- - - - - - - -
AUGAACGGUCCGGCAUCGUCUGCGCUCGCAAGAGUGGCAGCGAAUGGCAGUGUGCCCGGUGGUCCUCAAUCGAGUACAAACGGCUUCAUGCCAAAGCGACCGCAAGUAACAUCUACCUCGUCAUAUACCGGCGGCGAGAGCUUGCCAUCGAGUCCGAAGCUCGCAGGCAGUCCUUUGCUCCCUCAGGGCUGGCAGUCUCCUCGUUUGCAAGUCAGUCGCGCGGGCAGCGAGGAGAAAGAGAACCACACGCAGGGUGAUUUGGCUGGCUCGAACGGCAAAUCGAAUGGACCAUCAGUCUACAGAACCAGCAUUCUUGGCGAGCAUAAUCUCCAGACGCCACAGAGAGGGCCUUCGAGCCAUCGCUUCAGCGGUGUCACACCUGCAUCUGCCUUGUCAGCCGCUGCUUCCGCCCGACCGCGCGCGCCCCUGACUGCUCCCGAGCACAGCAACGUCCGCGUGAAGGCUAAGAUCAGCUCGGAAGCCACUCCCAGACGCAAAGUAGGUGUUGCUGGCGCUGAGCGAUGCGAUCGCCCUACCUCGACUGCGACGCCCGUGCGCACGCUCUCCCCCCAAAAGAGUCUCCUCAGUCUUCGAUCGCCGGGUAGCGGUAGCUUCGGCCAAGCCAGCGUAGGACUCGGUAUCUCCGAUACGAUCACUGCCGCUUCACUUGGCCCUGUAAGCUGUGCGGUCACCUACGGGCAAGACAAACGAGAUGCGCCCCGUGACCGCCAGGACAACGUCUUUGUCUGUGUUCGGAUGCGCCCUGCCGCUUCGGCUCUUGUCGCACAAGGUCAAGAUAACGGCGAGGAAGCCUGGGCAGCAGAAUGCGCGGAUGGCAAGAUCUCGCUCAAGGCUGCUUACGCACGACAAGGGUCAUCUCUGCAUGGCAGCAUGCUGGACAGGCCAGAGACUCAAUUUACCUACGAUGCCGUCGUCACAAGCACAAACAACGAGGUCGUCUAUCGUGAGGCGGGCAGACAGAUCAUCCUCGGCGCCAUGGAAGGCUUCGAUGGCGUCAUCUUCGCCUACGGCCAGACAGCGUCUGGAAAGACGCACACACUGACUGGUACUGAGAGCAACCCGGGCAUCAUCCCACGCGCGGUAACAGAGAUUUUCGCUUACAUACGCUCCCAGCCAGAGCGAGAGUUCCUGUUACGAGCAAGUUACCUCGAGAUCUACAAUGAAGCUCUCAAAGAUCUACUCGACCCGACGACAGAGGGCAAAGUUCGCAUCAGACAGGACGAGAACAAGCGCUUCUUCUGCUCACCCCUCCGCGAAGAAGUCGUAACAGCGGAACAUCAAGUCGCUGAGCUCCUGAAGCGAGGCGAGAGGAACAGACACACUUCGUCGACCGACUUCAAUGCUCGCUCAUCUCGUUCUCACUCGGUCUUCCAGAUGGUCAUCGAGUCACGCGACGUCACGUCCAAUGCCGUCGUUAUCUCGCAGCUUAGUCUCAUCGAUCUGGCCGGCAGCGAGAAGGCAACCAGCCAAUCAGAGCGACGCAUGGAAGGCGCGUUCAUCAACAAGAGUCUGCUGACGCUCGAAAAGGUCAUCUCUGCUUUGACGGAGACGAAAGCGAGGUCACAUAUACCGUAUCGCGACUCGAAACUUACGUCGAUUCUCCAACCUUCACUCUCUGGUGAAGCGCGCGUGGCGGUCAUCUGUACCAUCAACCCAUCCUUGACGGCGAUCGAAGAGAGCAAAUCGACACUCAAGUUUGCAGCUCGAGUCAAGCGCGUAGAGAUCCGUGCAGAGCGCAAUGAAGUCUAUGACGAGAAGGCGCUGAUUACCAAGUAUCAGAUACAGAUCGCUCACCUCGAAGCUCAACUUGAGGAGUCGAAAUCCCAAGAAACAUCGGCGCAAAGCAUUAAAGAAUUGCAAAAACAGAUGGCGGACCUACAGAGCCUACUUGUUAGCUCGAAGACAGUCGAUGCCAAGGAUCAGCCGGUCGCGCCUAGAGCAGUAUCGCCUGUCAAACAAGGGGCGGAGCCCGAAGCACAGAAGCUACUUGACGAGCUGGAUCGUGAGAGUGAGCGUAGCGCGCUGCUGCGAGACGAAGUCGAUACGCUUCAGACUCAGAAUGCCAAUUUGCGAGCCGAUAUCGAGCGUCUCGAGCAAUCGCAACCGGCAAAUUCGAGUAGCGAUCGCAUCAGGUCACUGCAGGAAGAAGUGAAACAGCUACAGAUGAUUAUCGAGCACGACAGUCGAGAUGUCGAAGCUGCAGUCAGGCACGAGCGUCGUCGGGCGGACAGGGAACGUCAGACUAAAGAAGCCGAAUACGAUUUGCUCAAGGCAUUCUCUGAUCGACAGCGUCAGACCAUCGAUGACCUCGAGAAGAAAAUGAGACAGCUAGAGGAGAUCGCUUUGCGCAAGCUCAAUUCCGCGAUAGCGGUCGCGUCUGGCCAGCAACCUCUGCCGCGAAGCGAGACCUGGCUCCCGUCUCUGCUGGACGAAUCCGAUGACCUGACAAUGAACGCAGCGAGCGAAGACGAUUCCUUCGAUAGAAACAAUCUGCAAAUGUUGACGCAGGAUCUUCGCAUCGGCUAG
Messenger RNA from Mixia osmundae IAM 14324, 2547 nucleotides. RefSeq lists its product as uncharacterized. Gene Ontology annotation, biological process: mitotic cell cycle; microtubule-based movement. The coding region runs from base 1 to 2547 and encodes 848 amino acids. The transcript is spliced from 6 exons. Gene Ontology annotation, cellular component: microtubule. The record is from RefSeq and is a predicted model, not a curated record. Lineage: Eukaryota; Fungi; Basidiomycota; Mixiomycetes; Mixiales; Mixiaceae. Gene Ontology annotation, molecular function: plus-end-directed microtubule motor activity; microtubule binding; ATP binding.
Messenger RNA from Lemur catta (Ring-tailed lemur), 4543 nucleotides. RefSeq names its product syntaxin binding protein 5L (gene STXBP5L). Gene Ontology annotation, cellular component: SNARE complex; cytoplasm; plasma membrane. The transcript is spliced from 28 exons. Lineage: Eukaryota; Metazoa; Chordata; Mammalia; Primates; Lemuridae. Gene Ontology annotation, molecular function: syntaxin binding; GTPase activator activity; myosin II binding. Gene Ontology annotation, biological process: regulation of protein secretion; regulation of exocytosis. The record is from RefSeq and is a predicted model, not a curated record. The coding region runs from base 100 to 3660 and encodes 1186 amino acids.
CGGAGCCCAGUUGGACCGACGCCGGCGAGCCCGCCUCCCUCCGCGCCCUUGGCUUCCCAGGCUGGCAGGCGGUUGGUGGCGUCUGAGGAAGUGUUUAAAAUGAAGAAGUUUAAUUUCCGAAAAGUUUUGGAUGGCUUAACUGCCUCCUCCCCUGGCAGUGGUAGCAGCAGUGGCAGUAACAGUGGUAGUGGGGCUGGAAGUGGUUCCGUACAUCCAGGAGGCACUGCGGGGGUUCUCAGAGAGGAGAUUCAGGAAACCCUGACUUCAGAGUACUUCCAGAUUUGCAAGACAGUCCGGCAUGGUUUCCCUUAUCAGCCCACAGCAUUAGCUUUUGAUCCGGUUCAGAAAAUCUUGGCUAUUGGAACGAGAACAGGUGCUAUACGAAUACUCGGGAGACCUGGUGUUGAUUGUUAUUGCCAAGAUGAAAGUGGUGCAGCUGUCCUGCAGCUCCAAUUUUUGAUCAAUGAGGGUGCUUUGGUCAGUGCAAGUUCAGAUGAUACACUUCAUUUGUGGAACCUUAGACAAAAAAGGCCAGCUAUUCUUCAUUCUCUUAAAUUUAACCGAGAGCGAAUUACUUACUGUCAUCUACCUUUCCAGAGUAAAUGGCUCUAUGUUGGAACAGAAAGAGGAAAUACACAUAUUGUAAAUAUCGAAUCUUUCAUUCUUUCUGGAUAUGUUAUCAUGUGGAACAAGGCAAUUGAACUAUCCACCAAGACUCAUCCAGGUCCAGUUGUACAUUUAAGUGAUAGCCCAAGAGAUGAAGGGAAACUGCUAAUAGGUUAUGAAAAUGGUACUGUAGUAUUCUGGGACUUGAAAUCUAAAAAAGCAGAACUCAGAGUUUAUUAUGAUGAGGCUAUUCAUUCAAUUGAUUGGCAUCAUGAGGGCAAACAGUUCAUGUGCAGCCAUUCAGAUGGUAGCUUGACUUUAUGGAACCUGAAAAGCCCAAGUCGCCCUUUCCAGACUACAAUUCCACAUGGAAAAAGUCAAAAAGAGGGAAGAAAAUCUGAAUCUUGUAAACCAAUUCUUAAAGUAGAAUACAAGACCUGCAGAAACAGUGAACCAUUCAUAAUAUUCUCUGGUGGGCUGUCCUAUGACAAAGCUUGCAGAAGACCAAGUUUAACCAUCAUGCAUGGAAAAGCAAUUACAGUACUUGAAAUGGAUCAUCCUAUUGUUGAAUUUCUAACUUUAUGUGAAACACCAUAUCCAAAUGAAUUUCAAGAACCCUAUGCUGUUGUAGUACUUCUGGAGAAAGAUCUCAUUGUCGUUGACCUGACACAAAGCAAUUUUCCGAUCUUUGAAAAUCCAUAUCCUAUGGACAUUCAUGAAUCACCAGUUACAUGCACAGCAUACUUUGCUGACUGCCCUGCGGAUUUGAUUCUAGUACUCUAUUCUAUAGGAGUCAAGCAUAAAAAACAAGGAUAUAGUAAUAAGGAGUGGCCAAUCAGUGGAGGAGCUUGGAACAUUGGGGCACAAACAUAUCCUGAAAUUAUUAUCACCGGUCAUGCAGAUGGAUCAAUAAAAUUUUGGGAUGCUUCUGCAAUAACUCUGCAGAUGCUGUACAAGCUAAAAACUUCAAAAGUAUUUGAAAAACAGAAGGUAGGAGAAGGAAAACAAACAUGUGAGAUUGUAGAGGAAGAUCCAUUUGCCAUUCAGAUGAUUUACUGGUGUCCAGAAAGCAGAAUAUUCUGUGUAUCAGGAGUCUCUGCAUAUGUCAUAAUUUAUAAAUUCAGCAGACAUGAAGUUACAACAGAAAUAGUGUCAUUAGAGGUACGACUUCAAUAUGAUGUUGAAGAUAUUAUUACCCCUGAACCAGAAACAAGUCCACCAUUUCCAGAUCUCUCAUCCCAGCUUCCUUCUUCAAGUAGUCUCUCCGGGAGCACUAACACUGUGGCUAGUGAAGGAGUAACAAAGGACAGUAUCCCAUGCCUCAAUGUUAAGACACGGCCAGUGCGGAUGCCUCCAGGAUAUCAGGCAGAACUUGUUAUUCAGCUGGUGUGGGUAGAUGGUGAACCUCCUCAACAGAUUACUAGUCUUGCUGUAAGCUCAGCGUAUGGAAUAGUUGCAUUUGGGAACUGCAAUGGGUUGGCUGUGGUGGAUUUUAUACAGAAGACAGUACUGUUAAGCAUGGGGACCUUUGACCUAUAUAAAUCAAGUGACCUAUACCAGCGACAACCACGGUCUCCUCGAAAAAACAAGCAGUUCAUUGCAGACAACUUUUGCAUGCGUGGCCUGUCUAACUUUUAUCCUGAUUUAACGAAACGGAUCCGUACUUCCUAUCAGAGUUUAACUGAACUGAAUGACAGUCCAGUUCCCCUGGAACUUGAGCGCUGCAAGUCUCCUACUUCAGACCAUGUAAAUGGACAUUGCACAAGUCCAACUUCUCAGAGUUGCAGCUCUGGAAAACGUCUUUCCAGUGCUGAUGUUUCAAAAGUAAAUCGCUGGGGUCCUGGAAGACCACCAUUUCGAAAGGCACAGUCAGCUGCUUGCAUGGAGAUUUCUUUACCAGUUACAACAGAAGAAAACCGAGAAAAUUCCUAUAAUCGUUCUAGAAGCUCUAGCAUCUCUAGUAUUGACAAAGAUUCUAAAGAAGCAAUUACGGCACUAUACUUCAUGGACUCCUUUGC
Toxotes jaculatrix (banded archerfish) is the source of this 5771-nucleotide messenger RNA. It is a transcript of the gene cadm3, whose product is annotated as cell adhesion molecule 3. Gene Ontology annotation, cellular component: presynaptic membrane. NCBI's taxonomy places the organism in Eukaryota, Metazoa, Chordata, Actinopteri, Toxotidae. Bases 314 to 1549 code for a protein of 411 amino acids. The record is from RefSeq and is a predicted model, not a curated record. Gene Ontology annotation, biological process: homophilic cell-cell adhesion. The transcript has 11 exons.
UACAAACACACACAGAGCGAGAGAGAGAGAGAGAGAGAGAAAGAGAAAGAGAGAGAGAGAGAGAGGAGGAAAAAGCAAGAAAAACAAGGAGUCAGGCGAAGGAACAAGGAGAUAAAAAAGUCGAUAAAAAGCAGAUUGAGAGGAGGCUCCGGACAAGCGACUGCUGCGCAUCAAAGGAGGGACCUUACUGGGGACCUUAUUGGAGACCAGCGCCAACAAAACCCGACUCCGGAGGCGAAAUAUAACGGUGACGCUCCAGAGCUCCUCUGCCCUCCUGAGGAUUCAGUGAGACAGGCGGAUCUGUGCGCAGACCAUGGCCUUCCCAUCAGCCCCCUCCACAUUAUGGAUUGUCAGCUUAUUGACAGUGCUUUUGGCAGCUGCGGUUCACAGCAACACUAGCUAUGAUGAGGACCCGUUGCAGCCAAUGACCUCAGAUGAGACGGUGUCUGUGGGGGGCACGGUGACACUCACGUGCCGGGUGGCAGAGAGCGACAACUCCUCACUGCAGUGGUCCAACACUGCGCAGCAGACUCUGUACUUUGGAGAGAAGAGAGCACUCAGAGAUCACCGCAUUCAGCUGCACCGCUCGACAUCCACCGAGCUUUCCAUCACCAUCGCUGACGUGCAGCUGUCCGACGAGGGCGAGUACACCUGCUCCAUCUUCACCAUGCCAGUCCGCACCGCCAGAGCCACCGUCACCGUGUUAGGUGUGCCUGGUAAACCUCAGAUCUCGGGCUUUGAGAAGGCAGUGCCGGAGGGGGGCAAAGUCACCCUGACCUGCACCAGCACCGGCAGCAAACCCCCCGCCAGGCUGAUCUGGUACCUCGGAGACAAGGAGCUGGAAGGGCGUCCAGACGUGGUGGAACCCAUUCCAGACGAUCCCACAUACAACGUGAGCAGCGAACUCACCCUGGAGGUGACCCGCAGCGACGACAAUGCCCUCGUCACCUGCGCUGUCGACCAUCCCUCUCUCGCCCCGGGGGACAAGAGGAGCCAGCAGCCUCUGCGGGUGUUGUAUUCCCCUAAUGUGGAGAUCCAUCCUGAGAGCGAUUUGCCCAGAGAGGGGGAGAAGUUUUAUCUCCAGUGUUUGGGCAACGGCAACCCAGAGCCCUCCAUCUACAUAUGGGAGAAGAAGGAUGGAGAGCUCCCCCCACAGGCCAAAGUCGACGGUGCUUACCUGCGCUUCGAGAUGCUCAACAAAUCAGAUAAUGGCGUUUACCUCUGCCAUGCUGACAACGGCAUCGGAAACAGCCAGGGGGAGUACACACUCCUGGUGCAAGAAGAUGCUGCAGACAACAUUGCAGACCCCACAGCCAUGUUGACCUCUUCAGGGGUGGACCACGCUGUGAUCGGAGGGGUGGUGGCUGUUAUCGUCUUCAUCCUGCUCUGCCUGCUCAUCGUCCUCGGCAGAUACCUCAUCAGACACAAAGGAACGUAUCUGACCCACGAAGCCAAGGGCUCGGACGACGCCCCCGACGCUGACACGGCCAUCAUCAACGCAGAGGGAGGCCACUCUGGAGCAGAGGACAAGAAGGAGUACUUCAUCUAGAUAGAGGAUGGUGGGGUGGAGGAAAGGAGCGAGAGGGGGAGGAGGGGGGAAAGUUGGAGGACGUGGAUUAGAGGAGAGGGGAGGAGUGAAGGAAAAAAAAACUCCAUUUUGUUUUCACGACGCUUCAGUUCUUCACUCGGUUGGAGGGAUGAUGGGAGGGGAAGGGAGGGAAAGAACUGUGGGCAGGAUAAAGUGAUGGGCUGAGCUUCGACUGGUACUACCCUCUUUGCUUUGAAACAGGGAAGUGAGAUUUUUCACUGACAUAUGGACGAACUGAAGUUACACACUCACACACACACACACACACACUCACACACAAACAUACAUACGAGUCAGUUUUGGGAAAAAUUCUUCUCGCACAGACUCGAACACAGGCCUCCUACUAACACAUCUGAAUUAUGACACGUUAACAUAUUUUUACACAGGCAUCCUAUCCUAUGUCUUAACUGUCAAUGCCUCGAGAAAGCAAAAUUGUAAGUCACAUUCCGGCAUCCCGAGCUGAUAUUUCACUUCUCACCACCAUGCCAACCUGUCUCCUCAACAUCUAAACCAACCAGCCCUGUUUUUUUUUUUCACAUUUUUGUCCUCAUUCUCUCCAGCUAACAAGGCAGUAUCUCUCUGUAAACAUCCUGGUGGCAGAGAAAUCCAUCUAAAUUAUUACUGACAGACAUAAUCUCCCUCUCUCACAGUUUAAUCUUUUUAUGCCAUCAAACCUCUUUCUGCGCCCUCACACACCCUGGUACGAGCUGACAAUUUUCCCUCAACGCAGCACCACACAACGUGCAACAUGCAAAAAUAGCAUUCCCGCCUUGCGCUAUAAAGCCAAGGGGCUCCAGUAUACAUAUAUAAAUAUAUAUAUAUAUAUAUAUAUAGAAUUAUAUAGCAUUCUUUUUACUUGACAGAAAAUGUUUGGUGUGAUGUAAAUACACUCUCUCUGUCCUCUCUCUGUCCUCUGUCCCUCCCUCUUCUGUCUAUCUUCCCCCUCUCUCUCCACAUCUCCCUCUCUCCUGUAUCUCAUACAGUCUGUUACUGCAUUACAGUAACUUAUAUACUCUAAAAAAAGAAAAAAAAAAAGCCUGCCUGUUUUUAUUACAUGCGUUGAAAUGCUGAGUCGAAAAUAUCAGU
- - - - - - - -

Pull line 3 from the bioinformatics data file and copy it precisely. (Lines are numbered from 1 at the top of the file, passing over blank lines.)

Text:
Messenger RNA from Lemur catta (Ring-tailed lemur), 4543 nucleotides. RefSeq names its product syntaxin binding protein 5L (gene STXBP5L). Gene Ontology annotation, cellular component: SNARE complex; cytoplasm; plasma membrane. The transcript is spliced from 28 exons. Lineage: Eukaryota; Metazoa; Chordata; Mammalia; Primates; Lemuridae. Gene Ontology annotation, molecular function: syntaxin binding; GTPase activator activity; myosin II binding. Gene Ontology annotation, biological process: regulation of protein secretion; regulation of exocytosis. The record is from RefSeq and is a predicted model, not a curated record. The coding region runs from base 100 to 3660 and encodes 1186 amino acids.